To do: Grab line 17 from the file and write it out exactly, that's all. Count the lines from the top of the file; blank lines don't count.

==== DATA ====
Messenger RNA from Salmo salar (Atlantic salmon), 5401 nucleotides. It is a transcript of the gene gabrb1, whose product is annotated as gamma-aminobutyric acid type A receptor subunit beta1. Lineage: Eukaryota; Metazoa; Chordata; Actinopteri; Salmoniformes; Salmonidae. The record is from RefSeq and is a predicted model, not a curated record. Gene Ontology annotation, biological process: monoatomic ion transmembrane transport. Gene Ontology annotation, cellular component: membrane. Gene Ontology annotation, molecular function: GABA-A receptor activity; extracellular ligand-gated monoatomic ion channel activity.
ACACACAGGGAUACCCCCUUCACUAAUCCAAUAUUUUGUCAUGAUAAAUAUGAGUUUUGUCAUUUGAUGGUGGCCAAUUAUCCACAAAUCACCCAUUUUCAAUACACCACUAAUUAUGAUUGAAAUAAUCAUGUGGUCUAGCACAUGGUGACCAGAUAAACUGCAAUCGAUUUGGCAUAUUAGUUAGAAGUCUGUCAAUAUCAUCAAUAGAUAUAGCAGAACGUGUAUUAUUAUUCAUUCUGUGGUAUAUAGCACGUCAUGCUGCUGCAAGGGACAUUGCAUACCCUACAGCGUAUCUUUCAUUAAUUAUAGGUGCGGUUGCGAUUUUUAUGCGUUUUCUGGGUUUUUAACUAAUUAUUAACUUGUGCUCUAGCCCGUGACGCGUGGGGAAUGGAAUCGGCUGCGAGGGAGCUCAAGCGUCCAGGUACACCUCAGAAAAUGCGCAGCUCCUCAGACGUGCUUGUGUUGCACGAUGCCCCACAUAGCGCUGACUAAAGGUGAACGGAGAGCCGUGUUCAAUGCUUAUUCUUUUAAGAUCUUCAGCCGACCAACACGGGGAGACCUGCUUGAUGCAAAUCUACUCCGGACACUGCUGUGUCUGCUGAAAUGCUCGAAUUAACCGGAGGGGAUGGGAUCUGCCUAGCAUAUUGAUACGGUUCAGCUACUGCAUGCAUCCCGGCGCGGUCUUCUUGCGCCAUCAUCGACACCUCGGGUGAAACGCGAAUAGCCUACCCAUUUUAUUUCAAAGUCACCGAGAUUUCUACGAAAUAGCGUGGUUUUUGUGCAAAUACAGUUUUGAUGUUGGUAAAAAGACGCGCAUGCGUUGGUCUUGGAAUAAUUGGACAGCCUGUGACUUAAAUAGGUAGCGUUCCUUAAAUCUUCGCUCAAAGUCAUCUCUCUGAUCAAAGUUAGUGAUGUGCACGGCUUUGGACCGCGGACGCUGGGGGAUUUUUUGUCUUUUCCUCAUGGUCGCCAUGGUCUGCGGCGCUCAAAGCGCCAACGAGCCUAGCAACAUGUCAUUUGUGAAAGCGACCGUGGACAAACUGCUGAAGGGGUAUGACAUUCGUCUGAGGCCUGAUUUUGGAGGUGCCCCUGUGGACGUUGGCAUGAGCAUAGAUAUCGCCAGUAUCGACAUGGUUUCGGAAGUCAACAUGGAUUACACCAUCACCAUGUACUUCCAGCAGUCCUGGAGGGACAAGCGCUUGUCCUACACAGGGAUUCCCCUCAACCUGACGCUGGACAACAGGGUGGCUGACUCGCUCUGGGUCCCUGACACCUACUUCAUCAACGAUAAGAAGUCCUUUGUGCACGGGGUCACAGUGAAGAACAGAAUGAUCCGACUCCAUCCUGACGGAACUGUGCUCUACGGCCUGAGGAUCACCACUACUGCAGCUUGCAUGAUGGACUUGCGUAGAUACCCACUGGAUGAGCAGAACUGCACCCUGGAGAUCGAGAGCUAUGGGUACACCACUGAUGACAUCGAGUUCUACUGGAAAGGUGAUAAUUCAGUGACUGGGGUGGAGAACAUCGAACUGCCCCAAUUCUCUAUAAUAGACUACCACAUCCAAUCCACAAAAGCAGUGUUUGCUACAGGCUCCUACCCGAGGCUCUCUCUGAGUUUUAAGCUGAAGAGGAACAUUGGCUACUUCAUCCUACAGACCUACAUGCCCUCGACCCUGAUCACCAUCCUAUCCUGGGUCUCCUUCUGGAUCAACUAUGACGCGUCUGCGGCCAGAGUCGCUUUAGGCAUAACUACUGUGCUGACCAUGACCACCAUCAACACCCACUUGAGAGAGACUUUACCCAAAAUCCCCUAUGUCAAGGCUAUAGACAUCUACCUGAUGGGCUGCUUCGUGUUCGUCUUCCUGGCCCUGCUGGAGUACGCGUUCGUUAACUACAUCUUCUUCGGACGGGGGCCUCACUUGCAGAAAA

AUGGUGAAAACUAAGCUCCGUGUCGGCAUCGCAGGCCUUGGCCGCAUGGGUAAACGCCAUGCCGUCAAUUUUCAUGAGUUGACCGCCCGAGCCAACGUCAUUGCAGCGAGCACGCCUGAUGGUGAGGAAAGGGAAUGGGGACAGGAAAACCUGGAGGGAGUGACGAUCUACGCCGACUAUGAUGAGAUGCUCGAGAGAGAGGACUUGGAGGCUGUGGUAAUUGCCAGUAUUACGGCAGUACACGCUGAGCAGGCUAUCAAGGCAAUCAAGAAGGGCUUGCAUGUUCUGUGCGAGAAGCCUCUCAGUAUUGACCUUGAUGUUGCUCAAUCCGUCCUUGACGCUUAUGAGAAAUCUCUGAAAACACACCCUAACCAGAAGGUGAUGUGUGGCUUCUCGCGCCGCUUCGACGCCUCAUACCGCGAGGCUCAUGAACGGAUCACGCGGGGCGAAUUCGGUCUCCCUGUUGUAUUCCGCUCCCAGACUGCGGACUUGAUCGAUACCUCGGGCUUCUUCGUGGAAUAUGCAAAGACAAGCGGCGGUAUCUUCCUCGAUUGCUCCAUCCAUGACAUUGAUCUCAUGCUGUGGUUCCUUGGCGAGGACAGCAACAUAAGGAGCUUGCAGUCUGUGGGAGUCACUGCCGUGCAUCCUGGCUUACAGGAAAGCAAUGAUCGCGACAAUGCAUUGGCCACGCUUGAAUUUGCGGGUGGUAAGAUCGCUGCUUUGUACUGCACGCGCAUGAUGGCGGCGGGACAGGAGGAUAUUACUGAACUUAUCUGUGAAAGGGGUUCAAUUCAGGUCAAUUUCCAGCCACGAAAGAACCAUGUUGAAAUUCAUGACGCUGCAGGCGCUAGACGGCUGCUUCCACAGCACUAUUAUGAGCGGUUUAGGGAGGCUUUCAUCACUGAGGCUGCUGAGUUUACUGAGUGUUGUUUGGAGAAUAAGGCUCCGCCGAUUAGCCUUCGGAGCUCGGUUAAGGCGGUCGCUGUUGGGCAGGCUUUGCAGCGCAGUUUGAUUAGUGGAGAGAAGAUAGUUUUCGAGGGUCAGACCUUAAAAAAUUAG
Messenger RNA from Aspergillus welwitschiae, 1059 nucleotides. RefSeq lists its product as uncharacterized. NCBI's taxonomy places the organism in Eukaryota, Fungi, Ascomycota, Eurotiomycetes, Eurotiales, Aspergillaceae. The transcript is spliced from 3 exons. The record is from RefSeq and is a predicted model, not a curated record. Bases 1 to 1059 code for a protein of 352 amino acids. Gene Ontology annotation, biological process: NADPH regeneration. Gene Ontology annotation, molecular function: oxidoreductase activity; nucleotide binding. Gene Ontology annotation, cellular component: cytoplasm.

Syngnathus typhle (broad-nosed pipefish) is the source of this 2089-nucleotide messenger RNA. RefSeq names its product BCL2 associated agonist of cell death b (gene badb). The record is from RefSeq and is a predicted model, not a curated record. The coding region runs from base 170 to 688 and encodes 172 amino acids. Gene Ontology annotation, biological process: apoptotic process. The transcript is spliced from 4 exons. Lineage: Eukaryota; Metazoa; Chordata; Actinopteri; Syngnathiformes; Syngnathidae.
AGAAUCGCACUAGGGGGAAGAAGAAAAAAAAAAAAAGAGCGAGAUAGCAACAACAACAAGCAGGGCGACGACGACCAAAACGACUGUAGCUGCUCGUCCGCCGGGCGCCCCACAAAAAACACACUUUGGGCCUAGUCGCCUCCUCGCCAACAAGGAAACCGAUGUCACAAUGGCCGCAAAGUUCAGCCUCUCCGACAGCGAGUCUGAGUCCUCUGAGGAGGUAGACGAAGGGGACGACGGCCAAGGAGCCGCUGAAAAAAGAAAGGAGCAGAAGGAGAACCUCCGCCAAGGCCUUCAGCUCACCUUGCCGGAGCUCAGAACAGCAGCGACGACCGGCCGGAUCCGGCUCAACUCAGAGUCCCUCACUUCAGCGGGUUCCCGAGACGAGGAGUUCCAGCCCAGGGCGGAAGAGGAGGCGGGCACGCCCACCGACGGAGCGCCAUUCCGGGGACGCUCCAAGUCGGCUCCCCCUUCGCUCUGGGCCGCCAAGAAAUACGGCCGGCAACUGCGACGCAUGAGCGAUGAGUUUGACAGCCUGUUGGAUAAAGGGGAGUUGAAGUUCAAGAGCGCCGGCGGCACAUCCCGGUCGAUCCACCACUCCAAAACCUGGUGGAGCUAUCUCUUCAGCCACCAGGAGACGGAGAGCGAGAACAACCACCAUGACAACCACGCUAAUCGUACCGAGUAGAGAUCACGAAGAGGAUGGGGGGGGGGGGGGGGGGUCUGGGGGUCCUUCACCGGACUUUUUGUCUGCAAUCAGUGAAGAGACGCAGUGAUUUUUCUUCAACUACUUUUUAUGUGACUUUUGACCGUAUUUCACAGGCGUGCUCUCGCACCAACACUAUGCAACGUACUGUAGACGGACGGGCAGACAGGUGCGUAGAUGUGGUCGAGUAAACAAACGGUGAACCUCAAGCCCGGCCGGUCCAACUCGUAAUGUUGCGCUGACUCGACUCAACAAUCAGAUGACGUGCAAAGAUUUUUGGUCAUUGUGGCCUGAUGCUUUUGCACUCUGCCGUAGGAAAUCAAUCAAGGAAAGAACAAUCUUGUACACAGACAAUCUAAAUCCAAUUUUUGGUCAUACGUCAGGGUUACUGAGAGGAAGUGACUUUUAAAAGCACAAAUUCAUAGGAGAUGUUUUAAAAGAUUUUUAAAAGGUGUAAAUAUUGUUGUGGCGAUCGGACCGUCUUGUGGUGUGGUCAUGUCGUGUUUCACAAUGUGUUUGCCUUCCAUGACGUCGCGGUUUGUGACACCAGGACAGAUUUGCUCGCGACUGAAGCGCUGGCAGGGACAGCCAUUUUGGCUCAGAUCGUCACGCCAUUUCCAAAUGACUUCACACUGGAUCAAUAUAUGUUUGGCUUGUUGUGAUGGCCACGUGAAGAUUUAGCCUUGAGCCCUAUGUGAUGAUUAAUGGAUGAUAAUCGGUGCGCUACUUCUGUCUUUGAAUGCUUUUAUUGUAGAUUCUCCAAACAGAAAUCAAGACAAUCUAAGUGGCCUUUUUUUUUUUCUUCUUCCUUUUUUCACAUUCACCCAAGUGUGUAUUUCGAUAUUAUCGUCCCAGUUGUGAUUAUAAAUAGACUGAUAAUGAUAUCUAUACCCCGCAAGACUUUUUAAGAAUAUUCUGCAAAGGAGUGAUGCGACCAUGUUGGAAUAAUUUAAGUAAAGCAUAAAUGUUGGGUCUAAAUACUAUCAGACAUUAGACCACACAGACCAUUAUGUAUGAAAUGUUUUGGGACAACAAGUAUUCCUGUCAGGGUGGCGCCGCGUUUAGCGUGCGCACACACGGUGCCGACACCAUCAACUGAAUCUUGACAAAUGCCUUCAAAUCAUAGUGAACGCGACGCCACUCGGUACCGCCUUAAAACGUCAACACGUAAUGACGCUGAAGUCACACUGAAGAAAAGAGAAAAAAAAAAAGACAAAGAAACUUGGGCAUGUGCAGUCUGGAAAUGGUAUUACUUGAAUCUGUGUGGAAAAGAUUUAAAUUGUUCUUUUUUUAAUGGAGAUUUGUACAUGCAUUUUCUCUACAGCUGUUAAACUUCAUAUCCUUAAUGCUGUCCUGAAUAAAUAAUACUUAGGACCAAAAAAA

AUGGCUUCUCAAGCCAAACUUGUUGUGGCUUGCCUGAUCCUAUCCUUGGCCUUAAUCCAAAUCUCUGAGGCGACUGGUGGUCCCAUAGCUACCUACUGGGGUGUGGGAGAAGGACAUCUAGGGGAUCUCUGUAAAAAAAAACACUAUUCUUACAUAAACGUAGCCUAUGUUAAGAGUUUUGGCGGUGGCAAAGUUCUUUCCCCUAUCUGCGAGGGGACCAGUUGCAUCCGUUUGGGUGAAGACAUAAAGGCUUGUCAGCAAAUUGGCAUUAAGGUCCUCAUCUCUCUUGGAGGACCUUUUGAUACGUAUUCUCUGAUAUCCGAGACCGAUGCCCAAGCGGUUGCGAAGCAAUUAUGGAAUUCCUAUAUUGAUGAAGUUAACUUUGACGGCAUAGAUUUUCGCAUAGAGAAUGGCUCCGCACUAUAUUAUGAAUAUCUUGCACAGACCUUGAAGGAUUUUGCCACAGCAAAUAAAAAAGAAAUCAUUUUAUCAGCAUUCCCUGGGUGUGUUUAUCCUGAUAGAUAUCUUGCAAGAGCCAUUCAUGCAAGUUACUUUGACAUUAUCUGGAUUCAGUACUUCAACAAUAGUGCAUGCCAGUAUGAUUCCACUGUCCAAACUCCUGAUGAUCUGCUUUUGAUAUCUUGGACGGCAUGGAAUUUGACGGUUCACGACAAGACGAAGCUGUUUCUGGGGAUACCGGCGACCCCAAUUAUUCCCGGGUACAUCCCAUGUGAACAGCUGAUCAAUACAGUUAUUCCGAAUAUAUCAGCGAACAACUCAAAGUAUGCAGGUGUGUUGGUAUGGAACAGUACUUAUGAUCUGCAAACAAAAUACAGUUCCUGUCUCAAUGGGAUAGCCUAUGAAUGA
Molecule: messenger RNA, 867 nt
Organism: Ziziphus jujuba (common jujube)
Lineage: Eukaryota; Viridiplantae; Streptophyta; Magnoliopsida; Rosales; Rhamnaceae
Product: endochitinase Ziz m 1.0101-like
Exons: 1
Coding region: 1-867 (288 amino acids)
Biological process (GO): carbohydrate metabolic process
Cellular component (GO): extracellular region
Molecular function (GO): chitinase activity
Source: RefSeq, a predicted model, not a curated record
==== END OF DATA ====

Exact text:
Source: RefSeq, a predicted model, not a curated record